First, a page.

“The average Medicare person spends 120 hours in the healthcare system every year. That’s less than 5% or 6% of their waking hours,” he says. “So for 94, 95% of our waking hours, we’re in the world, and the doctor never has a clear picture of what’s going on out there.” He explains that all of the things that happen outside of the doctor’s office — diet, exercise, stress, relationships — have a much bigger impact on health than those short visits to the doctor, and that focusing on these factors has significant benefits, both in terms of individual health and costs to the insurer.  

The takeaway from Medicare Advantage is clear to Bertolini. The system needs to provide people with preventative healthcare and the social determinants of health rather than just treating acute problems. Providing support for food, transportation, heat, and socialization is the same investment as the cost of an ER visit. “What we need to do is fix that stuff. If we don’t, it doesn’t matter if the federal government is paying for everything,” he says. 

In order to achieve that goal, Bertolini says, healthcare needs to become outcome-oriented. That means putting the desired health goal first and the financing second, the reverse of our current system. “We need to say to people, when you’re worried about your health, come and talk to us and let’s have a conversation where people ask ‘What about my health is getting in the way of the life I want to lead?’” he says. “That will then steer you toward the type of people you should go see. And then, let’s put together a plan.” In this holistic insurance model, the financing gets worked out last rather than first, with people thinking about what they want and need to keep themselves well first, then shopping for the most effective plan based on that, not the other way around. 

He also believes that preventative healthcare is an essential component of this outcome-based model, with an investment in social determinants that can have an impact on health. As an example, he points to a holistic insurance plan in San Diego called SCAN, which is a “social HMO” that covers any sort of preventative lifestyle activities that prevents you from needing the healthcare system. 

In terms of the question of financing healthcare and whether “Medicare for All” is a good idea — the question that seems to dominate all discussion of the issue — Bertolini says that a public-private partnership, which is what currently exists, will always be necessary. As he explains, while the government is good at certain things, financing things well isn’t one of them. “I don’t know that the U.S. government is really a good purveyor of good financing of effective, efficient systems,” he says. But with industry leaders forging a new path and leading by example with holistic insurance and preventative healthcare, he believes that they can join forces with the government to begin fixing our broken system.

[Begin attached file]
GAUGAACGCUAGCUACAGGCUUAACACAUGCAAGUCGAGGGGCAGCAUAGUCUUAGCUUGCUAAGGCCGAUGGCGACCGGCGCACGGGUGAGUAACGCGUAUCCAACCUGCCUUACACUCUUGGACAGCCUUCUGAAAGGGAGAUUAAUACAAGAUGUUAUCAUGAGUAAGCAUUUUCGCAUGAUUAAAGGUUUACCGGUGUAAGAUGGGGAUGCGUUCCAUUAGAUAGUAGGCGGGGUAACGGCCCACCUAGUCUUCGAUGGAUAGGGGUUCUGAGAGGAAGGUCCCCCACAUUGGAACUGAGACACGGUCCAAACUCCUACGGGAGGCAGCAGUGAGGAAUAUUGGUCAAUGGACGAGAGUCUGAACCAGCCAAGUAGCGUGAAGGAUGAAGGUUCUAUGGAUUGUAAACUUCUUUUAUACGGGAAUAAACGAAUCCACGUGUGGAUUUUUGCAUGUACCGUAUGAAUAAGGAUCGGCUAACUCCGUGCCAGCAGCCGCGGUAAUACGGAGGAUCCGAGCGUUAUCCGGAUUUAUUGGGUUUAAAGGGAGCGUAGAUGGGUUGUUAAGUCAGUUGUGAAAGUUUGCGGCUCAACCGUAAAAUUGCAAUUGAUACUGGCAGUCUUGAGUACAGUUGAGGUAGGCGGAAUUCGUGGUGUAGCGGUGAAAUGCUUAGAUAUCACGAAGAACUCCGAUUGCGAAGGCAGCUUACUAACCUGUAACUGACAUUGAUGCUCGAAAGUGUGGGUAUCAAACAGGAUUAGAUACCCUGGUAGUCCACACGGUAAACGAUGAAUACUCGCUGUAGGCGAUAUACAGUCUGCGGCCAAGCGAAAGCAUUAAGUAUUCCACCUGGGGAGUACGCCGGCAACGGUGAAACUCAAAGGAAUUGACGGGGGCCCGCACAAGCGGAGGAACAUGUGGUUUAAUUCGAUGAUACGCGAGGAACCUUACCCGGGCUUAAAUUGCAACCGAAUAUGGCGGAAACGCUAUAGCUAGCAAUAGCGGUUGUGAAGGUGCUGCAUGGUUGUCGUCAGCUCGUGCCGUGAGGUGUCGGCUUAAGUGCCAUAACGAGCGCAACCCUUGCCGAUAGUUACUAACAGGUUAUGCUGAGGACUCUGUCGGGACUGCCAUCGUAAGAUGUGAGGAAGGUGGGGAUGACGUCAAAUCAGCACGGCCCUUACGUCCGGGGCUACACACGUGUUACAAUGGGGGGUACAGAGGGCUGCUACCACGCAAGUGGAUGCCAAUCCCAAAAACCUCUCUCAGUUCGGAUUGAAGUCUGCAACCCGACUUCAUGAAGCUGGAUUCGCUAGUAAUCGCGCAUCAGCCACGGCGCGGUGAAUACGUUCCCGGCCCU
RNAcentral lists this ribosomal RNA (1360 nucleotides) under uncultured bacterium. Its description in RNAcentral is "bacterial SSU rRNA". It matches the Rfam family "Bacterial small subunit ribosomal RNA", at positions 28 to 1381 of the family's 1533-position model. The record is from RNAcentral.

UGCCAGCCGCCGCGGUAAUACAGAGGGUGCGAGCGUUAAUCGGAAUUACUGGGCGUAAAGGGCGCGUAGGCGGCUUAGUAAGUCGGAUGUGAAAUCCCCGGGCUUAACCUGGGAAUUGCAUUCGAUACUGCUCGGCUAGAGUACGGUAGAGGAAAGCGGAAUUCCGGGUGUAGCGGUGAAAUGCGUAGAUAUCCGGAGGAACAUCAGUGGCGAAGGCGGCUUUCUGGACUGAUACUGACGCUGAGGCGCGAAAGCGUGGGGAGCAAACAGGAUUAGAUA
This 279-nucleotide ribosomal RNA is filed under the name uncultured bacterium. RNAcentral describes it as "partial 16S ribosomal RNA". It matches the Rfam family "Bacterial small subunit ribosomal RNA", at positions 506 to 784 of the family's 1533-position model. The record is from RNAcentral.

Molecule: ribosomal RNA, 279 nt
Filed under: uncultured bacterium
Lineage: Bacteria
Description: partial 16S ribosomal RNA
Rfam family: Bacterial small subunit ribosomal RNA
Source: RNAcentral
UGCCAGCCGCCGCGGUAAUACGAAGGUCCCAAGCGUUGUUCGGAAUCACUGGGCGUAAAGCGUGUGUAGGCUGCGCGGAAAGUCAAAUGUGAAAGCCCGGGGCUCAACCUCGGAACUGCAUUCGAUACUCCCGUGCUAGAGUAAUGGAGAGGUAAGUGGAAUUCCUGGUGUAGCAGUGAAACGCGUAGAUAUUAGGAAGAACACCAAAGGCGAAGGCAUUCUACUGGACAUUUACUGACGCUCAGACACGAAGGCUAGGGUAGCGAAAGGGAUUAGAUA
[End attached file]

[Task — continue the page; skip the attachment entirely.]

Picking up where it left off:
Watch our full interview with Mark Bertolini to learn why he believes state-based licensure is the biggest barrier to coverage of integrative healthcare practitioners, the role that remote or telemedicine plays in healthcare reform, little-known ways that people can use their HSA/FSA accounts to access integrative medicine and preventative healthcare, why doctors need to be separated from the administrative aspects of healthcare, what we as consumers can do to advocate for a better system, what he sees as the biggest driver of health problems among Americans, whether he thinks COVID will change the financial approach of insurance companies, how an epidemic of hopelessness contributes to American health and life expectancy decline, and much more.

You can also listen to our interview with Mark Bertolini on The WellBe Podcast.

 

Citations:

1. Woolf SH, Schoomaker H. Life Expectancy and Mortality Rates in the United States, 1959-2017. JAMA. 2019;322(20):1996–2016. 

2. Raghupathi, Wullianallur, and Viju Raghupathi. “An Empirical Study of Chronic Diseases in the United States: A Visual Analytics Approach.” International journal of environmental research and public health vol. 15,3 431. 1 Mar. 2018.

The information contained in this article comes from our interview with Mark Bertolini, the former CEO of Aetna. Bertolini received a B.A. from Wayne State University and an M.B.A. from Cornell. He worked at Cigna, NYLCare Health Plans, and SelectCare before joining Aetna and serving as its CEO from 2010-2018. He is author of the book Mission-Driven Leadership: My Journey As a Radical Capitalist

The recovery story above is anecdotal and specific to this particular individual. Please note that this is not medical advice, and that not all treatments and approaches mentioned will work for everyone.